How the FBI and intelligence agencies lost credibility

Victor Davis Hanson:
Washington’s self-righteous establishmentarians talk of professionalism when they act unprofessionally. They refer at length to their intellectual and professional pedigrees when they prove incompetent. And they cite their morality and ethics when they possess neither.

And then, adding insult to injury, when the public expresses abhorrence at their behavior, they accuse critics of unprofessionalism, a lack of patriotism, or reckless demagoguery.

A James Clapper can lie to Congress under oath about intelligence surveillance of U.S. citizens; a John Brennan can lie about CIA monitoring of U.S. Senate computers, or mislead Congress about the absence of any collateral damage in the use of drones. Yet we are supposed to give both further credence based on their emeriti titles or to believe their current Captain Renault-like outrage over President Trump’s lack of presidential decorum? But what in their past has earned them the moral high ground? Claiming that the Muslim Brotherhood in Egypt was largely “secular,” or redefining jihad as “a holy struggle, a legitimate tenet of Islam”?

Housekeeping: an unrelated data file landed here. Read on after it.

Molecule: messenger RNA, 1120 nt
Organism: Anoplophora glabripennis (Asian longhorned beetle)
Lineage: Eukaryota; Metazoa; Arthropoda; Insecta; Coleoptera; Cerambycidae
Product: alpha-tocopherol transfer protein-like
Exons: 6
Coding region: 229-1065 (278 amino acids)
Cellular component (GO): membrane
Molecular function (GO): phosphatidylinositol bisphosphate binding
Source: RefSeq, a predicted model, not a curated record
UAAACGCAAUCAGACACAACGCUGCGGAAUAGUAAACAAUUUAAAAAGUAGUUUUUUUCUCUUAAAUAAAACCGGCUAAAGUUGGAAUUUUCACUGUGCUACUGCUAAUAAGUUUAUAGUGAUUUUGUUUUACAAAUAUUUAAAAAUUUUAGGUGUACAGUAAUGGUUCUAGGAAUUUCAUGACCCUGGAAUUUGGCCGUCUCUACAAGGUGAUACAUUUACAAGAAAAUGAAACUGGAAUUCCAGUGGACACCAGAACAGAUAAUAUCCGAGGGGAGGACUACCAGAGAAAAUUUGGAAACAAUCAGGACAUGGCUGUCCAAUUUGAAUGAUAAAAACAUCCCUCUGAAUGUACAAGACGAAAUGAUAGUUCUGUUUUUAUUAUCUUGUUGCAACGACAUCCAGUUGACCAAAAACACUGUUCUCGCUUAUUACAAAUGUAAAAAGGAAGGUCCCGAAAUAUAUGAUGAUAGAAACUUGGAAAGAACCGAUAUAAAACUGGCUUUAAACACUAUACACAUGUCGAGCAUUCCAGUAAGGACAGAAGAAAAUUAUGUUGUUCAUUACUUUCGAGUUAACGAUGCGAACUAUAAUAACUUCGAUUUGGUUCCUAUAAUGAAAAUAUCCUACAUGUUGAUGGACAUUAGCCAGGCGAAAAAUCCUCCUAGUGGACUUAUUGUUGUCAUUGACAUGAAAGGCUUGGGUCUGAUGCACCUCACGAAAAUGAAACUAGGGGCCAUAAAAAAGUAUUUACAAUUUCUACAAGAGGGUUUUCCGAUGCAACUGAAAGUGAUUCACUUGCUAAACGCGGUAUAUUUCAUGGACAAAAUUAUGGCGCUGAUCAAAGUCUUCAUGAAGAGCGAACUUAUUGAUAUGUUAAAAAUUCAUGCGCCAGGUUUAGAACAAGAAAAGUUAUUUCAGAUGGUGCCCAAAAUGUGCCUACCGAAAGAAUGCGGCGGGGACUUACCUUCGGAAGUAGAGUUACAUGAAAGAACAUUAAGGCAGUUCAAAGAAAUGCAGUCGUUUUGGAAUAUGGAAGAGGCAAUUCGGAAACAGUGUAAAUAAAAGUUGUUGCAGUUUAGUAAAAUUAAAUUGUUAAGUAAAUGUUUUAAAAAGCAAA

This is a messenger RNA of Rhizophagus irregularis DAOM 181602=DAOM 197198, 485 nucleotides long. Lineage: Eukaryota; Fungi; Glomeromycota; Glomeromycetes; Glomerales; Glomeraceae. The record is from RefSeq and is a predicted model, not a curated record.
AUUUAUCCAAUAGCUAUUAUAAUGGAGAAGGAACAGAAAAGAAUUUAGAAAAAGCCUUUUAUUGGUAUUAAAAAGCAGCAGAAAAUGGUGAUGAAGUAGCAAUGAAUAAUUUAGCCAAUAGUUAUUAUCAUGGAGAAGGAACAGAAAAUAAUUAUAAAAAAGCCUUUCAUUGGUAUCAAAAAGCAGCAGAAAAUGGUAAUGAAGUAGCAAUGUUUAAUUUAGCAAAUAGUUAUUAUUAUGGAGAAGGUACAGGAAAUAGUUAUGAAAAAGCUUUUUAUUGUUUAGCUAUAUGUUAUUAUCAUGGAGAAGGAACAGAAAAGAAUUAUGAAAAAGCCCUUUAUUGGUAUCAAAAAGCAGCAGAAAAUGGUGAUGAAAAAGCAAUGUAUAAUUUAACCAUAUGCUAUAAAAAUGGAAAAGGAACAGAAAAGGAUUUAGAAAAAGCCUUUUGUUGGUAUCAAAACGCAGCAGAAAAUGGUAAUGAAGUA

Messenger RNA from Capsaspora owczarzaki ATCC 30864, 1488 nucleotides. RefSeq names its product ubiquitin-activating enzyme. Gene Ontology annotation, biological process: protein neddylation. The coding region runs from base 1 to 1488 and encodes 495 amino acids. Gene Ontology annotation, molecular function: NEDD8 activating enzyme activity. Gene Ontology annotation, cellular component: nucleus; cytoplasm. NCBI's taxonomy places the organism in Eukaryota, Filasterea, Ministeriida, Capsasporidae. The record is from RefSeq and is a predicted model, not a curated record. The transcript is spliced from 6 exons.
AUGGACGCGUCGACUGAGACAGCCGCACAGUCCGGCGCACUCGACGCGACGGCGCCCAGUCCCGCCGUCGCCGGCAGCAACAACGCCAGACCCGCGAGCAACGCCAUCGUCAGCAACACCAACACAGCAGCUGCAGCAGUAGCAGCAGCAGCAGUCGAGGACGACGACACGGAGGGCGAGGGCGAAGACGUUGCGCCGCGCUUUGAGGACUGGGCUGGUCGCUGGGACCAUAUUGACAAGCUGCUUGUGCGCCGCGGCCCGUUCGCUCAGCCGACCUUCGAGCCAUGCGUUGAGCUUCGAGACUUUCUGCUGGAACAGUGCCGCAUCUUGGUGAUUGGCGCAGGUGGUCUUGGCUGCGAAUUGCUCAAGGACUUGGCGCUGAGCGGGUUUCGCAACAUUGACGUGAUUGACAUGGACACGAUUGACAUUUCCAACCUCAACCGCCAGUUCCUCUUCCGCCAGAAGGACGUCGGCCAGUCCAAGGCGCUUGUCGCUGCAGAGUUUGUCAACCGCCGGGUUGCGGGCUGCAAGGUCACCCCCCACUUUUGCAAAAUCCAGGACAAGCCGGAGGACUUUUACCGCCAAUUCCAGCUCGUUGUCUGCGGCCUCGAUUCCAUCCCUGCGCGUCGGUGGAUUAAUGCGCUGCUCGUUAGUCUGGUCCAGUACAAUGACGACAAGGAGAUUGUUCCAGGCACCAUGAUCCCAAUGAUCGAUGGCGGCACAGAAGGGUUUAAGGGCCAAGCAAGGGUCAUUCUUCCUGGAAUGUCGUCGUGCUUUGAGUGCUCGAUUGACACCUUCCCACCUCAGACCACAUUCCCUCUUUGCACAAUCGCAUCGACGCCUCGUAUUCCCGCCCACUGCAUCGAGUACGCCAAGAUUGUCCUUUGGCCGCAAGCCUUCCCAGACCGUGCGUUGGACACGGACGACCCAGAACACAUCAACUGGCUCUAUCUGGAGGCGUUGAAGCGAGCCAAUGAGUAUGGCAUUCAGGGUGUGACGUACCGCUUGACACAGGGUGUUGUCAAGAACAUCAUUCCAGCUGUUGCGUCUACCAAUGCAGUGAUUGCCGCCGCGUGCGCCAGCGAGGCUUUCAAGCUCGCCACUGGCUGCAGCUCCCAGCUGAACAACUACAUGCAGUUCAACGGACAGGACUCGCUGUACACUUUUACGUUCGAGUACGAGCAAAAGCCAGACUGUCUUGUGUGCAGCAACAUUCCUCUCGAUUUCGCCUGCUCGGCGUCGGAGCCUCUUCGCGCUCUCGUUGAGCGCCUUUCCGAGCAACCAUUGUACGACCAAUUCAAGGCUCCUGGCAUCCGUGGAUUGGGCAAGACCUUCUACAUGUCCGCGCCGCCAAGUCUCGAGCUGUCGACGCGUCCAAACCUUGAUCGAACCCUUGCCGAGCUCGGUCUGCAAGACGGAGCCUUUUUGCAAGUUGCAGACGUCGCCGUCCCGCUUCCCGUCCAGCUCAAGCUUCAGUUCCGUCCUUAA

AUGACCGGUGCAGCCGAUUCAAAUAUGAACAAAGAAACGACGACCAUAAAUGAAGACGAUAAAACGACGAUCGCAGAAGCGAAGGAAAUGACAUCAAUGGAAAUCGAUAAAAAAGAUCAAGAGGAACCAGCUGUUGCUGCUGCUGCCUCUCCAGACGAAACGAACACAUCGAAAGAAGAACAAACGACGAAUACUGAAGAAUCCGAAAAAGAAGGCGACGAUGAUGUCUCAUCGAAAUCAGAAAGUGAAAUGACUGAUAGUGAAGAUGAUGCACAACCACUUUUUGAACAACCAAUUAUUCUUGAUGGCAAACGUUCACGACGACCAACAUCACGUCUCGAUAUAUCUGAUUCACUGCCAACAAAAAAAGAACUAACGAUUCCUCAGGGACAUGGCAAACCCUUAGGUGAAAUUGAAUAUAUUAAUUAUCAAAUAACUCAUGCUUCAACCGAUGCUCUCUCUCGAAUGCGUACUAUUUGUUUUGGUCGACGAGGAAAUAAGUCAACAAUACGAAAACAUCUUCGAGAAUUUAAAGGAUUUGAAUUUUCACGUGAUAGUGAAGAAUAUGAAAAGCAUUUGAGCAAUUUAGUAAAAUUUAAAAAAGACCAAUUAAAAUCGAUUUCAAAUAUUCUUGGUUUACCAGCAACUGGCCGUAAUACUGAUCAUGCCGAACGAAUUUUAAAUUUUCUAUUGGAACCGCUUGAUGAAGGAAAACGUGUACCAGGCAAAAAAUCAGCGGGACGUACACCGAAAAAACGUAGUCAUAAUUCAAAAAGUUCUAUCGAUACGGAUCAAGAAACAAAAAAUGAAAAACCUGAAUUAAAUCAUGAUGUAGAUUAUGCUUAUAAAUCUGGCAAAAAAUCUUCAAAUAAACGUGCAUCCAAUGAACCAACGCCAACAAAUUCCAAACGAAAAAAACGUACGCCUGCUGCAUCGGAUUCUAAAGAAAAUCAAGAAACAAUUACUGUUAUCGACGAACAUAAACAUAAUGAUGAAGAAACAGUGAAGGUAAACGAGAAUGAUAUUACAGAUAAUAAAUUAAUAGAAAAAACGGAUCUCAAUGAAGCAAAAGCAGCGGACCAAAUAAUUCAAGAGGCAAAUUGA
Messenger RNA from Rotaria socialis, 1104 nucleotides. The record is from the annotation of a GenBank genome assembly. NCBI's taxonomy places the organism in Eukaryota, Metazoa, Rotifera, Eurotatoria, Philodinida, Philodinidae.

Are we supposed to believe that Robert Mueller did not overreach by spinning off an investigation of Trump consigliere and lawyer Michael Cohen?

Why? Because we are also told that a regional federal prosecutor would have to have had good cause to order raids on Cohen? Because a federal judge would have had to have seen such credible evidence before anyone dared enter Cohen’s office and residence? Because another federal justice believes it is in the national interest that we know Michael Cohen knows Sean Hannity?

Trust in the Obama-era directorships of the Justice Department, FBI, and, indeed, the federal courts themselves are now horses that have long ago left the proverbial judicial barn. Should the public also believe that no sober and judicious FISA court judge would ever have approved surveillance of American citizens without asking where the evidence came from, who compiled it, who, if any, paid for it, or had a vested interest in seeing it used for a warrant? Should the public believe that its FBI director, and various deputy attorney generals, would never have dared keep from a FISA court information about their own submitted evidence?
There is much more.

These people either believed something that wasn't true or they were willing to say things that were not true to achieve their political objectives.   Prosecutors like those in the New York US attorney's office as well as in the Mueller investigation appear willing to bring charges against individuals in order to extort testimony against the President. That is not how justice is supposed to be done.  If, defense attorneys did the same thing they would be charged with crimes.


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